SGS’s new Vice-Dean, Research and Program Innovation on inclusive excellence and equity in leadership
You’d be forgiven for thinking Vina Goghari just might be able to read your mind. SGS’s new Vice-Dean, Research and Program Innovation is a clinical psychologist with a PhD from the University of Minnesota, where she specialized in both adult and child assessment and intervention, including neuropsychology. And she’s spent just over a decade training the next generation of clinical psychologists, first at the University of Calgary-where she worked for seven years-and later at the University of Toronto Scarborough, where she led the nascent clinical psychology program through its process of accreditation with the Canadian Psychological Association.
With those considerable analytical skills, and a longstanding commitment to integrating research and practice, Goghari is well-placed to take on the challenge of rethinking the way we approach graduate education at the University of Toronto. We caught up with the new Vice-Dean to chat about inclusive excellence, program innovation, and secret superpowers.
Hi, Vina! Congratulations on your new role. How are you feeling about this new leadership role and what does it mean to you?
I think it’s very meaningful, not only to myself but also to the graduate students to see different pathways into leadership positions. I really do think that if you don’t often see models and mentors in certain kinds of positions you may never see yourself in them either, as you may think, “They’re looking for X and by nature, I’m defined as Y.” So having different types of role models and mentors in leadership positions could do a lot for our trainees.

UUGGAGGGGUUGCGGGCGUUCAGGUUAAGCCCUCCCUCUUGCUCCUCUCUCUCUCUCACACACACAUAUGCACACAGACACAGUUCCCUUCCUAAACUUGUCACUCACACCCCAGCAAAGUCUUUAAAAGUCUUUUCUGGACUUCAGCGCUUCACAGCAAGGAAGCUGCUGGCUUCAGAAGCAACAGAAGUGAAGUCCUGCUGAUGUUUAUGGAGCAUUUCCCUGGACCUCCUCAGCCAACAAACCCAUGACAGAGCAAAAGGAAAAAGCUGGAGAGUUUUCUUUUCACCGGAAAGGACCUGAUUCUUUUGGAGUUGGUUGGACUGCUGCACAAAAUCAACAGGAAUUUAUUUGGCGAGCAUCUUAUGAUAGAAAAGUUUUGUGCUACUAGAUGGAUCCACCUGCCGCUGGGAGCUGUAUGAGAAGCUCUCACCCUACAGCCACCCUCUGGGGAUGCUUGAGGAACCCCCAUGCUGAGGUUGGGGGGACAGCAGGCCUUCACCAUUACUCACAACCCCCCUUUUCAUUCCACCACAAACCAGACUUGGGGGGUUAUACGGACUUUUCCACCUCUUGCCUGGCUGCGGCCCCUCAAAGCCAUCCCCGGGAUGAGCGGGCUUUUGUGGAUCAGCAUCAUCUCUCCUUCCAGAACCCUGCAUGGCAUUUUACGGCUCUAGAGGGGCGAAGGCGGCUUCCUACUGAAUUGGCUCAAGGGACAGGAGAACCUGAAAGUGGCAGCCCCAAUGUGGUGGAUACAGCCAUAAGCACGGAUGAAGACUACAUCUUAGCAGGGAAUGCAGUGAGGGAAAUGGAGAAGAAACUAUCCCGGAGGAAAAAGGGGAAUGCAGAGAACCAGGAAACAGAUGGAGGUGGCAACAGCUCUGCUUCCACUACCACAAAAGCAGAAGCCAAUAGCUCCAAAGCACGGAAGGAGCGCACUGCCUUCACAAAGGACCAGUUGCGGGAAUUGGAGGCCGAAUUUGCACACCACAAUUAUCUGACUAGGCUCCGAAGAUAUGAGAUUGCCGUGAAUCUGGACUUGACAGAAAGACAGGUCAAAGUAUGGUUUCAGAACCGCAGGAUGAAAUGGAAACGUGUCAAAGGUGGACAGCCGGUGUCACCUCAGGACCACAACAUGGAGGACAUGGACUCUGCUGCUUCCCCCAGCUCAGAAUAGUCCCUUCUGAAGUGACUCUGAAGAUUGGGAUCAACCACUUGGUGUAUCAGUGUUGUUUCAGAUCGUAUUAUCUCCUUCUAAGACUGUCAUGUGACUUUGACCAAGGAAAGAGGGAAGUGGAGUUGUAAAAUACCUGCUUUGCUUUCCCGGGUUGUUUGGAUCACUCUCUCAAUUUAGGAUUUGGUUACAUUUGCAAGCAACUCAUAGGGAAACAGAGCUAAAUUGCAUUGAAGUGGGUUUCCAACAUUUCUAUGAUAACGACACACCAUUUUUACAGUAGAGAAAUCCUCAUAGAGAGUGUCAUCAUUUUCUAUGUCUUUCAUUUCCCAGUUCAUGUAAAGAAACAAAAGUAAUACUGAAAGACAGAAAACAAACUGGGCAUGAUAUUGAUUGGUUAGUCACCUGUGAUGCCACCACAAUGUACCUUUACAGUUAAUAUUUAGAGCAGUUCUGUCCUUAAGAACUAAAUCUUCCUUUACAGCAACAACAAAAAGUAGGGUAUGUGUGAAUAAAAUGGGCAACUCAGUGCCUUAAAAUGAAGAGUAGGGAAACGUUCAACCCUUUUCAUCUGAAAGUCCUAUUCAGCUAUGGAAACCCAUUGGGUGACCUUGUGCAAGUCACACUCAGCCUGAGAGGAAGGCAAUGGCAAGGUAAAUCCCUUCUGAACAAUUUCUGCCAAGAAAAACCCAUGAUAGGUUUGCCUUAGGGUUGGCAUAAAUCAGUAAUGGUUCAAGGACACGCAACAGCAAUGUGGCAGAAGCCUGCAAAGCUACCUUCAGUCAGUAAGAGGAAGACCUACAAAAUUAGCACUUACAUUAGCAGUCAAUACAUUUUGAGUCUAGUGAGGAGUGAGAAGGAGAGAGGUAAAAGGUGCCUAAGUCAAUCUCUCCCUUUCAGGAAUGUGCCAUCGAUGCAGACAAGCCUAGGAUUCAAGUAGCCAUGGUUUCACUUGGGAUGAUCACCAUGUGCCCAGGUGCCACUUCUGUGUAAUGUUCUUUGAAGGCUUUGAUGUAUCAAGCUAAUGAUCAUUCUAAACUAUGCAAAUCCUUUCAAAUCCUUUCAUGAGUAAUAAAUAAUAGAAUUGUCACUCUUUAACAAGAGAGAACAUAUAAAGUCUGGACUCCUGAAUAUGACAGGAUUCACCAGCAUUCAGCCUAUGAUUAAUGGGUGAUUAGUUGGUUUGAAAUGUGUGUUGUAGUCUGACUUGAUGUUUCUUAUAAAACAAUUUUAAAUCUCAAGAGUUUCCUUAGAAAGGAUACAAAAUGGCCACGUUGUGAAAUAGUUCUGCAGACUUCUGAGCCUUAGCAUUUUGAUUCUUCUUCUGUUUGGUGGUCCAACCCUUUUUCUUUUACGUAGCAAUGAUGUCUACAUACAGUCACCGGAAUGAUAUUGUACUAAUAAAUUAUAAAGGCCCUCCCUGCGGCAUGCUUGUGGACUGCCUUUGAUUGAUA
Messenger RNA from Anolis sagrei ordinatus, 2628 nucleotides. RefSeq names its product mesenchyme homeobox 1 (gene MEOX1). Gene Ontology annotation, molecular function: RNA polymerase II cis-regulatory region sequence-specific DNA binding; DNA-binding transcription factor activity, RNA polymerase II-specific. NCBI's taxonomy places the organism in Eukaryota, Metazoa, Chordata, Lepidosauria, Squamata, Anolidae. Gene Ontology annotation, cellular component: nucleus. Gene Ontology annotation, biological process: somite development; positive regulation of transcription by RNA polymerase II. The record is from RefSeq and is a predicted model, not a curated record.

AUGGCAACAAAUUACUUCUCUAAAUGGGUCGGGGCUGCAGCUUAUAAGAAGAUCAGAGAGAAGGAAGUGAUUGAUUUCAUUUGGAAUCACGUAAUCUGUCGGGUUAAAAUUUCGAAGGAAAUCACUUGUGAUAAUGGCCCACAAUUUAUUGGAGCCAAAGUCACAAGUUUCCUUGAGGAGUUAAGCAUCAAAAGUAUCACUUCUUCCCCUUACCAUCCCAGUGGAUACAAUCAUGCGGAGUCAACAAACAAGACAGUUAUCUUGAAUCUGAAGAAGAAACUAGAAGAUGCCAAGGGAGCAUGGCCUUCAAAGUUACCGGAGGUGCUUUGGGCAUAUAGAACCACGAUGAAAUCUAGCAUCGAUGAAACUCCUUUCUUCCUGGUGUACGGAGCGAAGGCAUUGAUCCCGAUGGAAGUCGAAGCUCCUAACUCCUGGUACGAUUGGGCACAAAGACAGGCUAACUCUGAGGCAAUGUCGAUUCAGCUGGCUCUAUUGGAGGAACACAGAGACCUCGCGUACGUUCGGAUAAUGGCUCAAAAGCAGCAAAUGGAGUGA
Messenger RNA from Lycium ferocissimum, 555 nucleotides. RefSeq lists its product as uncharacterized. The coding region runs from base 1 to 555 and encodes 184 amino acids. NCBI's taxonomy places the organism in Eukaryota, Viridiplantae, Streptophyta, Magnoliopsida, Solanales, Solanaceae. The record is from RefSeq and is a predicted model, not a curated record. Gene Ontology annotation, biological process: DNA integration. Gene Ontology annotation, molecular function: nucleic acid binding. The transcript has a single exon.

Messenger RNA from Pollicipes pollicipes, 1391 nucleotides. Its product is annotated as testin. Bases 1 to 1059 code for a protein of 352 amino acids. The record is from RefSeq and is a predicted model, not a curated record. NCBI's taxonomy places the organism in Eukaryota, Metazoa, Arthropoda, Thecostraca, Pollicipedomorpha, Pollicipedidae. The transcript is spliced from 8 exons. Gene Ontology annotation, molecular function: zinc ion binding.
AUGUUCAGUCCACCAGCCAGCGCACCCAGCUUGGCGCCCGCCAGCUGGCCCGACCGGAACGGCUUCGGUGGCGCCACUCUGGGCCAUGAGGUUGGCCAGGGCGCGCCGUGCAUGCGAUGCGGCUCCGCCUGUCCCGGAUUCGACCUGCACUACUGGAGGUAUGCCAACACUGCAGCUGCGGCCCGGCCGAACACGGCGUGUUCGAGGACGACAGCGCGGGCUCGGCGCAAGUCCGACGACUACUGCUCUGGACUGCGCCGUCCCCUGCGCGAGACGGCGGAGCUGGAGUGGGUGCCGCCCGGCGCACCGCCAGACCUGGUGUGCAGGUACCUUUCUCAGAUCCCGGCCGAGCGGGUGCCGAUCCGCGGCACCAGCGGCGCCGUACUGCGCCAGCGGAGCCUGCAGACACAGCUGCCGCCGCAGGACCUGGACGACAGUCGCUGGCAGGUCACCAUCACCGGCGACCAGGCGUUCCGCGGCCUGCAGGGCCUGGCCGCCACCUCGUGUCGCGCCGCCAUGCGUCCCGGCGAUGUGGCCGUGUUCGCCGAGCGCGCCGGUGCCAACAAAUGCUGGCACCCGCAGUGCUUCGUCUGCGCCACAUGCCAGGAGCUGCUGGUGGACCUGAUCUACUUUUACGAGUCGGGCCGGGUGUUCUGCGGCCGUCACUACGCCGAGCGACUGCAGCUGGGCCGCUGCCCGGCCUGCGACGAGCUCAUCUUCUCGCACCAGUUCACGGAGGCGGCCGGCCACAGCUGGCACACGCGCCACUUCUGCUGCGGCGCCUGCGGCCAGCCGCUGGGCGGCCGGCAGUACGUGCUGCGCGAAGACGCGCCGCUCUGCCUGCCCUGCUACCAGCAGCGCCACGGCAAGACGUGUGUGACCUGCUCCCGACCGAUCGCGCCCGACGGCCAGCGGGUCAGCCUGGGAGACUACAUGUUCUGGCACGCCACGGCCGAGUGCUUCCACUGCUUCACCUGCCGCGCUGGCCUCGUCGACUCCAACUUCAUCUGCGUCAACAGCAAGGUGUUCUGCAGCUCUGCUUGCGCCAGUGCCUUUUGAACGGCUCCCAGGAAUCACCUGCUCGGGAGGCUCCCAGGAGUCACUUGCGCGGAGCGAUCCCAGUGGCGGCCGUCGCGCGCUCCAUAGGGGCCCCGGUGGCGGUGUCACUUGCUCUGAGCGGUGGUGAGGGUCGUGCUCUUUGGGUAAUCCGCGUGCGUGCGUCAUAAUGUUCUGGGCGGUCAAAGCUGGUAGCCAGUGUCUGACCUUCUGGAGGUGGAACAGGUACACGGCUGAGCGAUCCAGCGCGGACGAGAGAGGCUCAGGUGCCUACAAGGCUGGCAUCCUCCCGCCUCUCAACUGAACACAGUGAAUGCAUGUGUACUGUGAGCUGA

Racialized women, especially if they’re young, often don’t get the position with the word “research” in it. We’ll mentor the students, teach, do the EDI initiatives – but the U of T is a research-intensive university. To get a position that honours your research background, when you’re also a member of a racialized group, especially as someone who represents the values of inclusive excellence – appreciating different kinds of research and excellence – is really meaningful to me.
From what undergraduate students and graduate students at UTSC have shared with me, it is meaningful to them as well. Being from UTSC, I’ve noted that our student population is diverse, but the professors and leadership are more frequently from the majority. Many of our students have the values of today, and they are pleased, whether they are from the majority or whether they are from underrepresented groups, to see the progress, to see different people rising in the ranks. I think those are the values of today. If someone is doing good work, we want to see it recognized.
Can you tell us more about what you mean by “inclusive excellence”?